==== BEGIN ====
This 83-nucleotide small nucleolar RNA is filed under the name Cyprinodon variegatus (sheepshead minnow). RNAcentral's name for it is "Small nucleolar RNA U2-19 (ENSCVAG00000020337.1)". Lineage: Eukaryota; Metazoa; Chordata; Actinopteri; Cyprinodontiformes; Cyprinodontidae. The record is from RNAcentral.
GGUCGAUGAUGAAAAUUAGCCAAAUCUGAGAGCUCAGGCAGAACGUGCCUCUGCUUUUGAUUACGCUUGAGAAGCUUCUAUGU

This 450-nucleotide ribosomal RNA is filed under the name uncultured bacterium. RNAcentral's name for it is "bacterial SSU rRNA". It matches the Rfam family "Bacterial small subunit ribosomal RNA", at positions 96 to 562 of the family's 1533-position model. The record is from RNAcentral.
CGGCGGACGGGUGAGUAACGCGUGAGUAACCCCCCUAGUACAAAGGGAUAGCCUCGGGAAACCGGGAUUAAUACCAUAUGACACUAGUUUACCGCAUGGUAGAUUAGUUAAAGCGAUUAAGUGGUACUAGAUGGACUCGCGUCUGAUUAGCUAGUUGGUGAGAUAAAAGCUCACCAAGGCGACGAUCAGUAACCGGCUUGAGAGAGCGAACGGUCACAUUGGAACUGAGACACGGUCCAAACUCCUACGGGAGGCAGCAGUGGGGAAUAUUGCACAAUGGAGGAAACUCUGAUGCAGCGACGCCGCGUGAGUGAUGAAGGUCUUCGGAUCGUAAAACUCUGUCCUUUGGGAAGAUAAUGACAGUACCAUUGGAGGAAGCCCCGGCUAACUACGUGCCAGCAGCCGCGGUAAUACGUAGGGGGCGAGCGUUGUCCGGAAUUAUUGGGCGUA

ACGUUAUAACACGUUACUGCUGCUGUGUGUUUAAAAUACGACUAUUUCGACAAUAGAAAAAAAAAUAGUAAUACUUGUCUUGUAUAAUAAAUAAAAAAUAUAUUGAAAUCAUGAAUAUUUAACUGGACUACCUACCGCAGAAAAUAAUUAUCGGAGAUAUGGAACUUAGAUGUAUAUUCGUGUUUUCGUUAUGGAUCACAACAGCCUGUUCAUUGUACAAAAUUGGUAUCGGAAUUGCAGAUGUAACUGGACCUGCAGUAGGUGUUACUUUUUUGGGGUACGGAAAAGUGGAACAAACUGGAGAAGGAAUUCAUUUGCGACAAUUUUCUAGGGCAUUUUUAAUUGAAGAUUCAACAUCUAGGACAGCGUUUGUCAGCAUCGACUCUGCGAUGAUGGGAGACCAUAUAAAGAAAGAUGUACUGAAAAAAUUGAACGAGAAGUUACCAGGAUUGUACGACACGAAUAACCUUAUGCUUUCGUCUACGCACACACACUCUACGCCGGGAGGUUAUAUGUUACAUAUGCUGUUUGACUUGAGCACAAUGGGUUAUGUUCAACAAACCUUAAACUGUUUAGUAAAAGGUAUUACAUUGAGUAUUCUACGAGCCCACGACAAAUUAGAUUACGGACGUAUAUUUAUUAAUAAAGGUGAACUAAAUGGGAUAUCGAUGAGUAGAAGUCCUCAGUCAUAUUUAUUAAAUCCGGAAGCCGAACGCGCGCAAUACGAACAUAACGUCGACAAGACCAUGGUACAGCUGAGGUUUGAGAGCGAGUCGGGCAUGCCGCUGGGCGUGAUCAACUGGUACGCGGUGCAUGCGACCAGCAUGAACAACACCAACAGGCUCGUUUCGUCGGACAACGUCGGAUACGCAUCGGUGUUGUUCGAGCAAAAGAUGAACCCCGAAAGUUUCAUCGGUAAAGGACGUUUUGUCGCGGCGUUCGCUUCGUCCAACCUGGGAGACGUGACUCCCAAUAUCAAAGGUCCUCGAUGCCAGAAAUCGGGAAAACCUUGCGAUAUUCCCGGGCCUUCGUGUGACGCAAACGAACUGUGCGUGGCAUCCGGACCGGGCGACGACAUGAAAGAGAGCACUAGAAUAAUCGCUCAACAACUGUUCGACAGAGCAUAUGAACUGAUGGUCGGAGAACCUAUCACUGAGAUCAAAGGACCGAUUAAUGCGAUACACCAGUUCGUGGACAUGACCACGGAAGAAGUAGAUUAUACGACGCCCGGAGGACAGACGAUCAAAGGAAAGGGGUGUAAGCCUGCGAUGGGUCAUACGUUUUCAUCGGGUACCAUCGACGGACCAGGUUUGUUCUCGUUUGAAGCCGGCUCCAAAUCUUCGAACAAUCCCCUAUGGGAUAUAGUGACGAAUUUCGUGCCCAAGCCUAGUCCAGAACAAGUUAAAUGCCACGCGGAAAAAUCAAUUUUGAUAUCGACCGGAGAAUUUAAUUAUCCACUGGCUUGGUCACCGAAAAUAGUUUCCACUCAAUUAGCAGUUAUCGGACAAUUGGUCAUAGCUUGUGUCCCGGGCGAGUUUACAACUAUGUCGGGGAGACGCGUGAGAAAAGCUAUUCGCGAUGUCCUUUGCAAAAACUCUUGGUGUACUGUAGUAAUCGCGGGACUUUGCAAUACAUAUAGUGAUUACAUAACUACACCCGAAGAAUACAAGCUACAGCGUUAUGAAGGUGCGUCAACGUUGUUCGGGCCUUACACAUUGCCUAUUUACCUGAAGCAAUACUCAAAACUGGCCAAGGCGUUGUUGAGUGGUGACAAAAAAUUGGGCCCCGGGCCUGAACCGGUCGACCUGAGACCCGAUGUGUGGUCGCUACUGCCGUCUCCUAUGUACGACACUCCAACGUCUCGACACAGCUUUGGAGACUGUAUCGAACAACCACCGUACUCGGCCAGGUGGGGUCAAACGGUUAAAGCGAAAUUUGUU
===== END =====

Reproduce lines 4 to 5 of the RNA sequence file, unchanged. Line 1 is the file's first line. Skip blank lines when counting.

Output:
CGGCGGACGGGUGAGUAACGCGUGAGUAACCCCCCUAGUACAAAGGGAUAGCCUCGGGAAACCGGGAUUAAUACCAUAUGACACUAGUUUACCGCAUGGUAGAUUAGUUAAAGCGAUUAAGUGGUACUAGAUGGACUCGCGUCUGAUUAGCUAGUUGGUGAGAUAAAAGCUCACCAAGGCGACGAUCAGUAACCGGCUUGAGAGAGCGAACGGUCACAUUGGAACUGAGACACGGUCCAAACUCCUACGGGAGGCAGCAGUGGGGAAUAUUGCACAAUGGAGGAAACUCUGAUGCAGCGACGCCGCGUGAGUGAUGAAGGUCUUCGGAUCGUAAAACUCUGUCCUUUGGGAAGAUAAUGACAGUACCAUUGGAGGAAGCCCCGGCUAACUACGUGCCAGCAGCCGCGGUAAUACGUAGGGGGCGAGCGUUGUCCGGAAUUAUUGGGCGUA

ACGUUAUAACACGUUACUGCUGCUGUGUGUUUAAAAUACGACUAUUUCGACAAUAGAAAAAAAAAUAGUAAUACUUGUCUUGUAUAAUAAAUAAAAAAUAUAUUGAAAUCAUGAAUAUUUAACUGGACUACCUACCGCAGAAAAUAAUUAUCGGAGAUAUGGAACUUAGAUGUAUAUUCGUGUUUUCGUUAUGGAUCACAACAGCCUGUUCAUUGUACAAAAUUGGUAUCGGAAUUGCAGAUGUAACUGGACCUGCAGUAGGUGUUACUUUUUUGGGGUACGGAAAAGUGGAACAAACUGGAGAAGGAAUUCAUUUGCGACAAUUUUCUAGGGCAUUUUUAAUUGAAGAUUCAACAUCUAGGACAGCGUUUGUCAGCAUCGACUCUGCGAUGAUGGGAGACCAUAUAAAGAAAGAUGUACUGAAAAAAUUGAACGAGAAGUUACCAGGAUUGUACGACACGAAUAACCUUAUGCUUUCGUCUACGCACACACACUCUACGCCGGGAGGUUAUAUGUUACAUAUGCUGUUUGACUUGAGCACAAUGGGUUAUGUUCAACAAACCUUAAACUGUUUAGUAAAAGGUAUUACAUUGAGUAUUCUACGAGCCCACGACAAAUUAGAUUACGGACGUAUAUUUAUUAAUAAAGGUGAACUAAAUGGGAUAUCGAUGAGUAGAAGUCCUCAGUCAUAUUUAUUAAAUCCGGAAGCCGAACGCGCGCAAUACGAACAUAACGUCGACAAGACCAUGGUACAGCUGAGGUUUGAGAGCGAGUCGGGCAUGCCGCUGGGCGUGAUCAACUGGUACGCGGUGCAUGCGACCAGCAUGAACAACACCAACAGGCUCGUUUCGUCGGACAACGUCGGAUACGCAUCGGUGUUGUUCGAGCAAAAGAUGAACCCCGAAAGUUUCAUCGGUAAAGGACGUUUUGUCGCGGCGUUCGCUUCGUCCAACCUGGGAGACGUGACUCCCAAUAUCAAAGGUCCUCGAUGCCAGAAAUCGGGAAAACCUUGCGAUAUUCCCGGGCCUUCGUGUGACGCAAACGAACUGUGCGUGGCAUCCGGACCGGGCGACGACAUGAAAGAGAGCACUAGAAUAAUCGCUCAACAACUGUUCGACAGAGCAUAUGAACUGAUGGUCGGAGAACCUAUCACUGAGAUCAAAGGACCGAUUAAUGCGAUACACCAGUUCGUGGACAUGACCACGGAAGAAGUAGAUUAUACGACGCCCGGAGGACAGACGAUCAAAGGAAAGGGGUGUAAGCCUGCGAUGGGUCAUACGUUUUCAUCGGGUACCAUCGACGGACCAGGUUUGUUCUCGUUUGAAGCCGGCUCCAAAUCUUCGAACAAUCCCCUAUGGGAUAUAGUGACGAAUUUCGUGCCCAAGCCUAGUCCAGAACAAGUUAAAUGCCACGCGGAAAAAUCAAUUUUGAUAUCGACCGGAGAAUUUAAUUAUCCACUGGCUUGGUCACCGAAAAUAGUUUCCACUCAAUUAGCAGUUAUCGGACAAUUGGUCAUAGCUUGUGUCCCGGGCGAGUUUACAACUAUGUCGGGGAGACGCGUGAGAAAAGCUAUUCGCGAUGUCCUUUGCAAAAACUCUUGGUGUACUGUAGUAAUCGCGGGACUUUGCAAUACAUAUAGUGAUUACAUAACUACACCCGAAGAAUACAAGCUACAGCGUUAUGAAGGUGCGUCAACGUUGUUCGGGCCUUACACAUUGCCUAUUUACCUGAAGCAAUACUCAAAACUGGCCAAGGCGUUGUUGAGUGGUGACAAAAAAUUGGGCCCCGGGCCUGAACCGGUCGACCUGAGACCCGAUGUGUGGUCGCUACUGCCGUCUCCUAUGUACGACACUCCAACGUCUCGACACAGCUUUGGAGACUGUAUCGAACAACCACCGUACUCGGCCAGGUGGGGUCAAACGGUUAAAGCGAAAUUUGUU